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Hater Humpday

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Hater Humpday is like shooting ducks in a barrel.  The hardest part is narrowing down which offenders will be featured.

Let me describe Connor’s weekly social skills playgroup.  I dread going to this every week, because the parents sit around in the waiting area taking great pains to not look at each other or speak.  Ironically, it’s a SOCIAL SKILLS playgroup.  See what I’m getting at here??

Yesterday, the jackhole dad of one of the kids had one of the kid’s toys, one of those cups with a ball on a string, and you’re supposed to throw the ball up and catch it in the cup.  It looks exactly like this:

Anyway, jackhole tossed the ball up and missed.  Me, trying to strike up conversation and be friendly, because I’m a total asshole like that, says “yeah, that thing is hard to do, Connor is better at it than I am.”

So, Captain Craptastic says, in a very serious, uptight way, “oh, I’m very good at it, I just missed once.”  And then turns his head.  Right, uh huh, and I suppose you also get all of your underwear from K-Mart and your dad lets you drive the car in the driveway on Sundays, right?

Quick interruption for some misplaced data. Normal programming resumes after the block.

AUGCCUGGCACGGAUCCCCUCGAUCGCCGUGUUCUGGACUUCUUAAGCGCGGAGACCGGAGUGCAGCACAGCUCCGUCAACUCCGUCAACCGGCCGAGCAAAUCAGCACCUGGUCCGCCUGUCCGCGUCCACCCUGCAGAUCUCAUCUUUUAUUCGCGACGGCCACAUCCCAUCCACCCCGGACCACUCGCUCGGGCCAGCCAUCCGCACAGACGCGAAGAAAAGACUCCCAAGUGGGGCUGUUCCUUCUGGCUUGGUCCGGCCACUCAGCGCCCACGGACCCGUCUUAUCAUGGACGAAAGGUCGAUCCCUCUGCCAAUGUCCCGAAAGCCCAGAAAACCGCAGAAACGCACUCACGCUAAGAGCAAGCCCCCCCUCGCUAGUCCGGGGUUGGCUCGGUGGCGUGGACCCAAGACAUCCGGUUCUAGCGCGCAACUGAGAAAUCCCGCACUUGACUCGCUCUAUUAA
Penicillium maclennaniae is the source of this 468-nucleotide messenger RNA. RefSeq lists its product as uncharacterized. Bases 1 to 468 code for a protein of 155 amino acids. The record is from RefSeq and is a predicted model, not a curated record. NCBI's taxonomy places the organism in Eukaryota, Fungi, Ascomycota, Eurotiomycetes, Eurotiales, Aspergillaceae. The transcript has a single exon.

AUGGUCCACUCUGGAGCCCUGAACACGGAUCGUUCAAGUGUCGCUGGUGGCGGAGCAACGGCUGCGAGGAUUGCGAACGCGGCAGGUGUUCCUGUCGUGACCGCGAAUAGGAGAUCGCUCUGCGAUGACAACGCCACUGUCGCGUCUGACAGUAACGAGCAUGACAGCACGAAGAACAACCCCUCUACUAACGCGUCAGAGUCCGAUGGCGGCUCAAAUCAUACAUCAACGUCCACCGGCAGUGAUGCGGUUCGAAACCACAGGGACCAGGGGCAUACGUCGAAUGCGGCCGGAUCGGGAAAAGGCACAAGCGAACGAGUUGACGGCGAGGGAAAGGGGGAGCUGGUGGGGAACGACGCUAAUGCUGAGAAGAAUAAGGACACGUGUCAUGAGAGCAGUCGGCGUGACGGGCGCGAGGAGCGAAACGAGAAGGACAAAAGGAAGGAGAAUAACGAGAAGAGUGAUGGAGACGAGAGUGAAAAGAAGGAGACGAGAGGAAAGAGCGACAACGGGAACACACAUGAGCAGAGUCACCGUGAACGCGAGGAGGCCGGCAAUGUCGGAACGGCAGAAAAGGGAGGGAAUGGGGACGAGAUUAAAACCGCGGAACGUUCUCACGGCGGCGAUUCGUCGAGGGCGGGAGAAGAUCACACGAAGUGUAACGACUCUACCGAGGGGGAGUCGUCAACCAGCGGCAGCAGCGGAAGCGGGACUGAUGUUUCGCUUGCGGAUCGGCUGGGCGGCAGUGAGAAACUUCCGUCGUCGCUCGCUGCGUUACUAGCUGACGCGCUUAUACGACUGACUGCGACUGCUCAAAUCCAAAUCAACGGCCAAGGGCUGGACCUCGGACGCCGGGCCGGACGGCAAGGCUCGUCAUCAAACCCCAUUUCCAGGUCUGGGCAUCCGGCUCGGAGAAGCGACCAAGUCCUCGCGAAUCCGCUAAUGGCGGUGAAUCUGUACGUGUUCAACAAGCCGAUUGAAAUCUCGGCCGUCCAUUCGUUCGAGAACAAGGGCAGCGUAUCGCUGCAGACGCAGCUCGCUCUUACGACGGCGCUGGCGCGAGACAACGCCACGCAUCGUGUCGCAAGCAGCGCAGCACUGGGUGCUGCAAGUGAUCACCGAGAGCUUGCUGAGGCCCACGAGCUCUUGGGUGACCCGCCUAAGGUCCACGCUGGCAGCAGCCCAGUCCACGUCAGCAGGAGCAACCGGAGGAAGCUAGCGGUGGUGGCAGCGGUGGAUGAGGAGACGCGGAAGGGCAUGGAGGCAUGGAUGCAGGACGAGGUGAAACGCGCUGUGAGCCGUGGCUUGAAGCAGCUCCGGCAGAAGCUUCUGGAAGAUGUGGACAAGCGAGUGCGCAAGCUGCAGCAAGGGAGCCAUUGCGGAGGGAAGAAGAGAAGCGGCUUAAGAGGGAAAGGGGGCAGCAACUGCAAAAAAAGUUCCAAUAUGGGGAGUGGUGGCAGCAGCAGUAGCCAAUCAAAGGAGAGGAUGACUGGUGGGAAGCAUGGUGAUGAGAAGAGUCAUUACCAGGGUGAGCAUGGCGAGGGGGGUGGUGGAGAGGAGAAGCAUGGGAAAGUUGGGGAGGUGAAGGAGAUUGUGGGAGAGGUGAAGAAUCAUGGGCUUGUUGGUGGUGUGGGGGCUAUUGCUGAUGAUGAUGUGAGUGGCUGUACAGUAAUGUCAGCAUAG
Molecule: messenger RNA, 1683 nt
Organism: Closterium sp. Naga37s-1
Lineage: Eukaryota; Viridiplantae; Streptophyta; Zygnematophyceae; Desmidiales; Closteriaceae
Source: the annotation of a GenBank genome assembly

I wanted to drag his bloated carcass down the hall, because he would really benefit from attending the social skills playgroup with his son.

So, there’s also a mom and dad pair there.  They are trying to be all cutesy and put together, and their other NT kids are being fussed over and they are generally over parenting the kids.  And I just couldn’t take my eyes off the spectacle because, really, it’s all such bullshit.  You know their kid is chewing off the furniture legs at home, and they scramble to find a pair of clean underwear in the morning just like the rest of us families out here in the world.  They be frontin’.  Meanwhile, I’m trying to keep it real up in the hood, but they’re not feelin’ me.

And then there’s this other mom.  Her son has autism and is more profoundly affected than most of the other kids.  I totally feel her pain, I do.  But the odd thing is that every week, she turns her boy around and tells him to “say hi to Connor and look at him when you say it.”  She’s trying to enforce the social skills he’s learning.  Oddly enough, she has NEVER said hello to me, not even once.  I implore you, good people, isn’t that weird?  It is, right?

So, in short, my hater humpday is devoted to social skills playgroup, but on a broader level, to other parents.

See, I went from living in a fantasy world of having a baby and thinking there was this magical “sisterhood of motherhood” that awaited me.  But it didn’t.  What awaited me was a bunch of competitive, neurotic train wrecks that were constantly one-upping each other with tales of how little Blaine could write his name when he was two, or how little Bobo has been accepted to the most prestigious pre-school.

After diagnosis I thought I would find some kind of motherly bond amongst the spectrum parents, akin to that of combat soldiers.  Nope, another delusional creation of my fatigued brain, because what I’ve found are antisocial, downtrodden parents who have no interest in socializing.